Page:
If you have any doubt about how much influence a doctor with a TV show has on millions of viewers, open a tea business.  When we start receiving phone calls and visits from people requesting certain teas or medicinal herbs, I simply ask: “Dr. TV?”  I know my 80-something-year-old neighbor has been watching when I get her phone call at the store and am told I need to bring in a certain herbal tea because Dr. TV said it was good for something.  
Our problem is that we don’t carry some of what has been recommended to viewers and they themselves really don’t know anything at all about these requested products in terms of how much to drink, how to brew them, when to consume them or not, or whether there are any possible interactions with medications.  A typical call after a show recently went something like: “Do you have such-and-such an herbal tea?”  Pause.  “Dr. TV recommended it?”  Pause.  “Yes.  It’s supposed to help with my cravings.”  Another popular one this week: “Do you carry a tea that sounds like poo-something?”  Pause.  “Pu-erh?”  Pause.  “I think that might be it.  It’s supposed to help me lose weight.”  About a month and a half ago, there was a run on hibiscus tea.  “Dr. TV recommended it?”  Pause.  “Yes.  It’s supposed to help my blood pressure.”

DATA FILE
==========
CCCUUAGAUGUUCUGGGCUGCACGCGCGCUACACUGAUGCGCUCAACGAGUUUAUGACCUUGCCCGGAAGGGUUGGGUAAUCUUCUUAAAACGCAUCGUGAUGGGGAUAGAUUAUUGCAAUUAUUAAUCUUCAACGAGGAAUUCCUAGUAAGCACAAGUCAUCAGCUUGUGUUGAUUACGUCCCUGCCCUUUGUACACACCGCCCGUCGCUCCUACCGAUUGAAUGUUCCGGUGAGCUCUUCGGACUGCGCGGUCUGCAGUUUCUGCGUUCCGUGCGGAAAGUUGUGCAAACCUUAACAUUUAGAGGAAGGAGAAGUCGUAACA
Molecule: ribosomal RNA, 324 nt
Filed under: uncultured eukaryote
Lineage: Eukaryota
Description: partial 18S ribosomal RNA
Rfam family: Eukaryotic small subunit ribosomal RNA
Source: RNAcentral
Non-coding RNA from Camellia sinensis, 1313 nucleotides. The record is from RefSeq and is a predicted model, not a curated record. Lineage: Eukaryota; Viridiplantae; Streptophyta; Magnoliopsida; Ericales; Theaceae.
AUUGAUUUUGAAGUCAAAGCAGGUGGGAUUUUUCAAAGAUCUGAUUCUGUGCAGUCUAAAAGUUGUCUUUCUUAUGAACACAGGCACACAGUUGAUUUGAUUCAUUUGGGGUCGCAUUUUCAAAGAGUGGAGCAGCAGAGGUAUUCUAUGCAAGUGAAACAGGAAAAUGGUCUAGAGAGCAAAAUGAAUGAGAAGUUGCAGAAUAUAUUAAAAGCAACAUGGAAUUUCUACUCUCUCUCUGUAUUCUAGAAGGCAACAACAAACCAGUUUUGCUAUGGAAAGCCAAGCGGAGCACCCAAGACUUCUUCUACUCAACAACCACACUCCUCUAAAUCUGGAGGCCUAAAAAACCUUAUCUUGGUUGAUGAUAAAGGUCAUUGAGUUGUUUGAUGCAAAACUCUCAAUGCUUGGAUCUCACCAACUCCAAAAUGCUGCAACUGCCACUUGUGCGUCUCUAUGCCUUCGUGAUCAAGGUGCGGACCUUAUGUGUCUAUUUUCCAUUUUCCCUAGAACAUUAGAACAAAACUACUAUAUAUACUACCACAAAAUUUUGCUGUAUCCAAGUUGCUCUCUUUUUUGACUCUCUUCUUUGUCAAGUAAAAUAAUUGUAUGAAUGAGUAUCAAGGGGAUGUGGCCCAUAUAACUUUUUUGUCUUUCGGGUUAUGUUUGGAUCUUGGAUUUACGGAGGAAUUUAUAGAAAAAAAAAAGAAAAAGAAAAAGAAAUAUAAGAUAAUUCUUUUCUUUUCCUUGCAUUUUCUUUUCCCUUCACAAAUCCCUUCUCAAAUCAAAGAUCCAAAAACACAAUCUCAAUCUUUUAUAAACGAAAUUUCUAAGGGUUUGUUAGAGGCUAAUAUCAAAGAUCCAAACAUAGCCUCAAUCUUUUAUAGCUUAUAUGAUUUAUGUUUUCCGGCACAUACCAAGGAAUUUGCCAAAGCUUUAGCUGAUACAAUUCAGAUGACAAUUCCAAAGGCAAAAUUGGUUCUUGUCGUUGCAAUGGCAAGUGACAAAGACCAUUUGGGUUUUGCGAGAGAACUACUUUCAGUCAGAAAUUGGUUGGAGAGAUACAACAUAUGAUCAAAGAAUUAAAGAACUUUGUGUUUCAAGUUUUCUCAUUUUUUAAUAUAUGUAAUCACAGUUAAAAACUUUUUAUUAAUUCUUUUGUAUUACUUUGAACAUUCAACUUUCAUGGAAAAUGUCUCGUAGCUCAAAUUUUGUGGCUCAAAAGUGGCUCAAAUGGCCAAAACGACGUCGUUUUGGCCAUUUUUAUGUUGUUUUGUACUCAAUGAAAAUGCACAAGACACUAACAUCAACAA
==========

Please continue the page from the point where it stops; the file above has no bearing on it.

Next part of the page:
Personally, I am totally into organic, natural, and healthy and I don’t take any medications.  I’m also aware that people viewing the Dr. TV show seem to really believe that bilberry can stop a hard-core food craving or that pu-erh can help them lose weight without radically changing an over-eating, sedentary lifestyle.  It seems they are looking for a “magic bullet” in liquid form that will change their lives quickly and without much pain or strain.  I have the feeling they really aren’t hearing everything the doctor is saying.
Studies on true teas as well as rooibos (herbal) are available.  They are easier to find than data on many herbs, it seems to me.  Recently, there was an excellent post on T Ching by Adela Hasas, Master Herbalist, that anyone who is interested in herbal benefits should read.  As tea business owners, we are allowed to state some of tea’s benefits without running into trouble with the FDA.
But I’m just sayin’ … when someone gets the idea that drinking bilberry tea (and how long would they stick with that, I wonder, once they taste bilberry?) will stop their life-long addiction to chocolate or whatever, I’m not good with being part of that, even if I can making a buck selling it.  I am sure that Dr. TV wouldn’t be either, if he knew that’s what they were hearing.
There is no magic bullet to take the place of a healthy, disciplined lifestyle and there never will be.  I’m sure any doctor would agree.